6. Opposition to an application, the grounds of opposition and evidence to an opposition

    The New Act deals with opposition proceedings in Sections 19 to 24. It is possible to oppose a trade mark application within 60 days based on, inter alia, bad faith, the similarity of goods or services and the well-known status of a mark.

    The notice of opposition must be accompanied by evidence in support of the opposition, and the applicant should demonstrate an interest in the application.

  7. Enforcement and border control measures

    A novel introduction to enforcement of a mark is included at Section 49, where the New Act recognises acquiescence in the use of a trade mark. This provision places a strict onus on trade mark proprietors to police and enforce their registered or well-known trade marks.

    At Section 64, the new legislation provides for enforcement of marks against identical or confusingly similar marks in relation to identical or similar goods, as well as in cases where use of a mark will result in the unfair dilution of a registered trade mark.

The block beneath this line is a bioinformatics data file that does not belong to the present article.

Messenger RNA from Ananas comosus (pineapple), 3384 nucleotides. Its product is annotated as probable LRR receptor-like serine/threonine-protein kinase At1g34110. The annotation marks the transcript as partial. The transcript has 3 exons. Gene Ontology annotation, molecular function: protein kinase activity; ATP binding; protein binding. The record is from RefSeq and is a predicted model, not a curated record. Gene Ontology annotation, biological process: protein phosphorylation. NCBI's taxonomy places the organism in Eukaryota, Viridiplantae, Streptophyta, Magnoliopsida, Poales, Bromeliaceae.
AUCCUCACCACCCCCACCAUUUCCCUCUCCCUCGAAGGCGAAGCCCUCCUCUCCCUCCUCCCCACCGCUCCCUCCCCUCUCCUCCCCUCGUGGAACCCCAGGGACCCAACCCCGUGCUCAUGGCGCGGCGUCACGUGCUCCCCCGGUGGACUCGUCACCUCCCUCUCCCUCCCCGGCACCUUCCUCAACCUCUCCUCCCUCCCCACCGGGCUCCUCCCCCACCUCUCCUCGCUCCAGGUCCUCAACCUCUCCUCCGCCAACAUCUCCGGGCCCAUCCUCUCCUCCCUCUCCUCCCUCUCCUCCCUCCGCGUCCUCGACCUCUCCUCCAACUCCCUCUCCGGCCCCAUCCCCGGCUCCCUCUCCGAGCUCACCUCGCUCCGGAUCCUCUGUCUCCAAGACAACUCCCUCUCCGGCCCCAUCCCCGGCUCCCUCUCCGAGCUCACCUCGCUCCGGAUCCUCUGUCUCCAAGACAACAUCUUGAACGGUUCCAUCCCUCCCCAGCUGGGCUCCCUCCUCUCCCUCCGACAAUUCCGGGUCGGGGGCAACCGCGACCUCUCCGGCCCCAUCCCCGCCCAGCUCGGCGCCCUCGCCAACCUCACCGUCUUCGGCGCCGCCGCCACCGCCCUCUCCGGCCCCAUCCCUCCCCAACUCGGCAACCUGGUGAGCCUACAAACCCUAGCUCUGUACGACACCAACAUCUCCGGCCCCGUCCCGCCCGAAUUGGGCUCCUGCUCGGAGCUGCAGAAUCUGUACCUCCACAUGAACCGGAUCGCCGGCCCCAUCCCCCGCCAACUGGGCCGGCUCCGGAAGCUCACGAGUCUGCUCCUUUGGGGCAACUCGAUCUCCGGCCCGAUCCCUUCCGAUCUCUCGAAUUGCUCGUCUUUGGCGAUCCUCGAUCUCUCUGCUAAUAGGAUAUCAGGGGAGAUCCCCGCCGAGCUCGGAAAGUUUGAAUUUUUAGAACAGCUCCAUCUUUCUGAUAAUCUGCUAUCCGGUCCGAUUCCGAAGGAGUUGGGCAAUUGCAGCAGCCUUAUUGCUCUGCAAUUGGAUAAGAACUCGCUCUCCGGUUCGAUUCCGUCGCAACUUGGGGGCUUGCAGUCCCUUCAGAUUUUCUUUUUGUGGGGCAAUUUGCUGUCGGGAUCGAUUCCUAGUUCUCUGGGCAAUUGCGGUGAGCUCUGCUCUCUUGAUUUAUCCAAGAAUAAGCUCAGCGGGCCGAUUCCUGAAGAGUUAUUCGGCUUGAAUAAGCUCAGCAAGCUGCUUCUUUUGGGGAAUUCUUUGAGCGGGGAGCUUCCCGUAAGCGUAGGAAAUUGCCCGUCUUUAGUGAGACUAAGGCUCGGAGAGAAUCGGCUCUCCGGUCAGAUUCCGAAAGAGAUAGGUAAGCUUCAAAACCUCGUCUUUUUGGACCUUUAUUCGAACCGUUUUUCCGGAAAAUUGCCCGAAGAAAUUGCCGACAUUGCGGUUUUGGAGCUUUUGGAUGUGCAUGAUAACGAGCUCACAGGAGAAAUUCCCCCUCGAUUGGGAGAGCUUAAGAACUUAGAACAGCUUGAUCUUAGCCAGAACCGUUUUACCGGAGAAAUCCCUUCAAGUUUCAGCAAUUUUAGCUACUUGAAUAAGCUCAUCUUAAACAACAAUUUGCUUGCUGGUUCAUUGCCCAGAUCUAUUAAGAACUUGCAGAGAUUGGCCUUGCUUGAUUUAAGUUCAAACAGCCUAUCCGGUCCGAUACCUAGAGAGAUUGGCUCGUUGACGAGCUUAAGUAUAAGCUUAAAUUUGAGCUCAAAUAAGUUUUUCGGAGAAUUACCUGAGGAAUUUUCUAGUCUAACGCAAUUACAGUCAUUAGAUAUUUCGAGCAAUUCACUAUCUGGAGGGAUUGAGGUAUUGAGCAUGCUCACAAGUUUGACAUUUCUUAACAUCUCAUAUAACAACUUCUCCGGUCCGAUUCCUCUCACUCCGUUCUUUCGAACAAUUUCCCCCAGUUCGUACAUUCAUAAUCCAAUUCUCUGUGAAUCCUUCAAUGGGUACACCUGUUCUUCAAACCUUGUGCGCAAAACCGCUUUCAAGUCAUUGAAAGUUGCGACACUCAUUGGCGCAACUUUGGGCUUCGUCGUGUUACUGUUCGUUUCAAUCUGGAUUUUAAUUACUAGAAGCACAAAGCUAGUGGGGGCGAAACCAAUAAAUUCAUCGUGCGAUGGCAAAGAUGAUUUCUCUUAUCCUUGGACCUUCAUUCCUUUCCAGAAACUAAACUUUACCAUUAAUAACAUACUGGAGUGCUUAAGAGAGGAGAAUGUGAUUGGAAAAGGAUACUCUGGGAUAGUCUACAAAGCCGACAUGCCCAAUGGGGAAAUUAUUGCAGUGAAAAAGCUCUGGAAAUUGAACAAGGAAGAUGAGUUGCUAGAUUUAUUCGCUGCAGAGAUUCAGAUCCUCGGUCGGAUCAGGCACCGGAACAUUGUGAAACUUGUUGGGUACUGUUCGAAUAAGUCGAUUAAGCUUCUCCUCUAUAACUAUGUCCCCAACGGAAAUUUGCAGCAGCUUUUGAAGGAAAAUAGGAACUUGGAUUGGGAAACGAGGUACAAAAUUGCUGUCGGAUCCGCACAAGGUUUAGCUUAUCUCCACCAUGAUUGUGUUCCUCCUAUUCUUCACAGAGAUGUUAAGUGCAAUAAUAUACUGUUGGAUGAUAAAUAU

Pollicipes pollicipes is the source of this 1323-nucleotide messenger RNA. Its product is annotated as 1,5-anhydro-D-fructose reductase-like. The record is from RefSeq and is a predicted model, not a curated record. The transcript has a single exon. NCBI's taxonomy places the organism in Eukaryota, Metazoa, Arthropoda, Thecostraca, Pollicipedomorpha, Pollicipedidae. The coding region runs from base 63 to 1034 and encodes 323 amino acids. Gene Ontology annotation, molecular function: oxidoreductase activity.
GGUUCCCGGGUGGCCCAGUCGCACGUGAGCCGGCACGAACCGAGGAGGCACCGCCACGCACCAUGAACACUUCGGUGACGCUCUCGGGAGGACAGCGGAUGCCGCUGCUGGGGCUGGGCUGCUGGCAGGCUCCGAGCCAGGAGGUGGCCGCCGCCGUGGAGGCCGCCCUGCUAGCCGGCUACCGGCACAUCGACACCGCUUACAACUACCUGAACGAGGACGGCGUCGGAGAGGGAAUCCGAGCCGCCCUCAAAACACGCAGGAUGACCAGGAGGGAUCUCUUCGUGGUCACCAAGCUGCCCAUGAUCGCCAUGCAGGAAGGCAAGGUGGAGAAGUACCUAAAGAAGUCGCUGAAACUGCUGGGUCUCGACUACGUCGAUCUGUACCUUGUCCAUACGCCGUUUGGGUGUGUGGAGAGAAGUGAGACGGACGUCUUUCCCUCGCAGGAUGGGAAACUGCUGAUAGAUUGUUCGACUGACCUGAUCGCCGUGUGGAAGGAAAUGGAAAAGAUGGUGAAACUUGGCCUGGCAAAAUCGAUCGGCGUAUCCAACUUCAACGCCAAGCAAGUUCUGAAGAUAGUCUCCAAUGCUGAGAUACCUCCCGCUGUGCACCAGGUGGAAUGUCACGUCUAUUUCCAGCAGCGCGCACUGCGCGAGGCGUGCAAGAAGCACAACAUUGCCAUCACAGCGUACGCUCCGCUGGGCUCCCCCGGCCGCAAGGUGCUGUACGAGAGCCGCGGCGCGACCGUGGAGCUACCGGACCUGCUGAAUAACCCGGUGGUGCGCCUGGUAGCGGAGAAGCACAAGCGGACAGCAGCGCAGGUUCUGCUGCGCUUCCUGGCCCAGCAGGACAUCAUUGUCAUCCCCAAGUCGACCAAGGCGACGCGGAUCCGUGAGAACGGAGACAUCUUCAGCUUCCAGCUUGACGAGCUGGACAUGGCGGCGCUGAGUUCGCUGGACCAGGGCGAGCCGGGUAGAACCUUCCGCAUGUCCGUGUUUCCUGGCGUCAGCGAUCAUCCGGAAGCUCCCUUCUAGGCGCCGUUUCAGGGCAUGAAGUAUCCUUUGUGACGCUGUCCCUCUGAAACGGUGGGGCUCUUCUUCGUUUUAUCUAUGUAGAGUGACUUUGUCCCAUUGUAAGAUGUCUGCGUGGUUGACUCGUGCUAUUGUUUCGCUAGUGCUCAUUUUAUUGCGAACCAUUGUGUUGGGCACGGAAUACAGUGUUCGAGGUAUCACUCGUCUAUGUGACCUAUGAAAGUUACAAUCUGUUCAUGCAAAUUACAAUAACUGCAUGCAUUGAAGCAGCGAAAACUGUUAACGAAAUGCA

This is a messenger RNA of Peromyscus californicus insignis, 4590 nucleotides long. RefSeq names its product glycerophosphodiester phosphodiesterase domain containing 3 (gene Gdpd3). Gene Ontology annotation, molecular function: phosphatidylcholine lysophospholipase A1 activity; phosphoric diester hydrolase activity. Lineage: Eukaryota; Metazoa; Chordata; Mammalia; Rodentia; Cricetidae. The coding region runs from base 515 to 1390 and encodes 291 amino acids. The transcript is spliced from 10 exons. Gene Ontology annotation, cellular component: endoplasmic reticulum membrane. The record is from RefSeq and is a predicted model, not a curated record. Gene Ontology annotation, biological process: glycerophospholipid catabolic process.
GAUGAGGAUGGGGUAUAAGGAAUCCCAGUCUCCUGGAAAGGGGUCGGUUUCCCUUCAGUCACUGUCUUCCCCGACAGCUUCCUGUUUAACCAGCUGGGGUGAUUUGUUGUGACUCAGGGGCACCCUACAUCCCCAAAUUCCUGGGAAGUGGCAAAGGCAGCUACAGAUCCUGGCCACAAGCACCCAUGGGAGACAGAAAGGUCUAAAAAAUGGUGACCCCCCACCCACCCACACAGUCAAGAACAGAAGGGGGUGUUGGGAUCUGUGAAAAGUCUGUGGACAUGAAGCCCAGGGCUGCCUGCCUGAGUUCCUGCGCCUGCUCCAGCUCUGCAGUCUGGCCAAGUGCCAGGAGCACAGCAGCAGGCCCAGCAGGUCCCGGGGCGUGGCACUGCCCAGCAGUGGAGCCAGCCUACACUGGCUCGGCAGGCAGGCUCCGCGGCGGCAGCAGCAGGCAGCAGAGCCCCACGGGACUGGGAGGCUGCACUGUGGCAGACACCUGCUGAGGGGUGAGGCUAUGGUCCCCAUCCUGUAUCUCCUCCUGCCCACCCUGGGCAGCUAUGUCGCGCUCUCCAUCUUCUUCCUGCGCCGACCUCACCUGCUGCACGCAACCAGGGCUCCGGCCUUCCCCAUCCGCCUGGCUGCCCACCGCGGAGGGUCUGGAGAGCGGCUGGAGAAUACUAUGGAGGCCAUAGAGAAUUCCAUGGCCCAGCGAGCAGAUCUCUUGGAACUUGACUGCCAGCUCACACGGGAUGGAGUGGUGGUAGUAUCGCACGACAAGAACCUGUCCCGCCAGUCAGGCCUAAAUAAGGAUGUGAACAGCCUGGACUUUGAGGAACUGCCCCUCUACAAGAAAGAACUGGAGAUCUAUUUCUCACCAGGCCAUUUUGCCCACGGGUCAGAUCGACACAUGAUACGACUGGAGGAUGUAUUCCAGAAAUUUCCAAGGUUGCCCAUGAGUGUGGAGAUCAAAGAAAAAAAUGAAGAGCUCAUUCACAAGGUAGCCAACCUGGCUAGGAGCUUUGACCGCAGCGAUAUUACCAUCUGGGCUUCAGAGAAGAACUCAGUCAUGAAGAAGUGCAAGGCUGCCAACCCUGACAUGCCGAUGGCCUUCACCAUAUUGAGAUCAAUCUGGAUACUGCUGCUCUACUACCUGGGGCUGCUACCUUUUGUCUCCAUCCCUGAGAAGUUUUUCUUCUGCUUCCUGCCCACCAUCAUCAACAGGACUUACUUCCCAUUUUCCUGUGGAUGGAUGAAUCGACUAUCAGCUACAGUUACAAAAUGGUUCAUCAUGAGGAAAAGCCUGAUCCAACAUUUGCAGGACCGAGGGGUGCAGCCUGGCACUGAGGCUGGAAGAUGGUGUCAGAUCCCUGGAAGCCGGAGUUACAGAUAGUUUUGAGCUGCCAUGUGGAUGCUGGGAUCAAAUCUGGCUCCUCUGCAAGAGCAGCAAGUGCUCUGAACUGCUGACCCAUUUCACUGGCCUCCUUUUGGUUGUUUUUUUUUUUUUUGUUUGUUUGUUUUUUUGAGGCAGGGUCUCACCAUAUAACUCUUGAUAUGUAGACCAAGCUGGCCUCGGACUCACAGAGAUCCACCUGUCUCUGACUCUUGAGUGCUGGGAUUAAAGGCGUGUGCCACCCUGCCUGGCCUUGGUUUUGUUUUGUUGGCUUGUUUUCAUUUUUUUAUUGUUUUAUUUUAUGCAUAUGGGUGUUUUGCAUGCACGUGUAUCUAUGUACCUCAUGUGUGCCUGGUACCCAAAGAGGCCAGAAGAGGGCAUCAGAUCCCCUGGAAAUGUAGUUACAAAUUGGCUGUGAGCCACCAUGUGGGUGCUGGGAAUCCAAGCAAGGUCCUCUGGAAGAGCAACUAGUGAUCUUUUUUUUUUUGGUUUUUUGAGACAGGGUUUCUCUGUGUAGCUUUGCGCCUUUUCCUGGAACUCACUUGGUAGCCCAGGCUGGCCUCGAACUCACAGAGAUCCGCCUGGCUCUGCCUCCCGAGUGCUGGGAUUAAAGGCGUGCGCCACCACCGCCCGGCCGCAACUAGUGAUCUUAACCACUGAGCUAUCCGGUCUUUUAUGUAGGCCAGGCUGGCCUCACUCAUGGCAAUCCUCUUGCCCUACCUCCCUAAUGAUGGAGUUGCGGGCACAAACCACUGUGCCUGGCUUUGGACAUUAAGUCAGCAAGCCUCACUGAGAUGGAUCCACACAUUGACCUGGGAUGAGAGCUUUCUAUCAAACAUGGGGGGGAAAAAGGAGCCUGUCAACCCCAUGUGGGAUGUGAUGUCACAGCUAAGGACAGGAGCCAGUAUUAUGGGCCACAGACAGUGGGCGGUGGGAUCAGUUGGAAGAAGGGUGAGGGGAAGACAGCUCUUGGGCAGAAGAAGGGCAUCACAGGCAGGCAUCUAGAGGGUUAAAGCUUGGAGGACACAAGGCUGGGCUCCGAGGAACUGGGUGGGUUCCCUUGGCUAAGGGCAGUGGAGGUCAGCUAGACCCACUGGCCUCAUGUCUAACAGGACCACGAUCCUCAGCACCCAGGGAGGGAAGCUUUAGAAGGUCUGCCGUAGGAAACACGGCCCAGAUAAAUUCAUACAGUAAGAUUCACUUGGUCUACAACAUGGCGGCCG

In the enforcement of trade mark rights, trade mark proprietors are afforded various means of relief including claims for royalty charges, in lieu of damages, where quantum of damages are often near impossible to prove. This is a pragmatic introduction at Section 72.

    It should be noted that the New Act precludes the vexatious institution of infringement proceedings and at Section 71, provides for damages in the case of any loss sustained due to an unwarranted threat of trade mark infringement.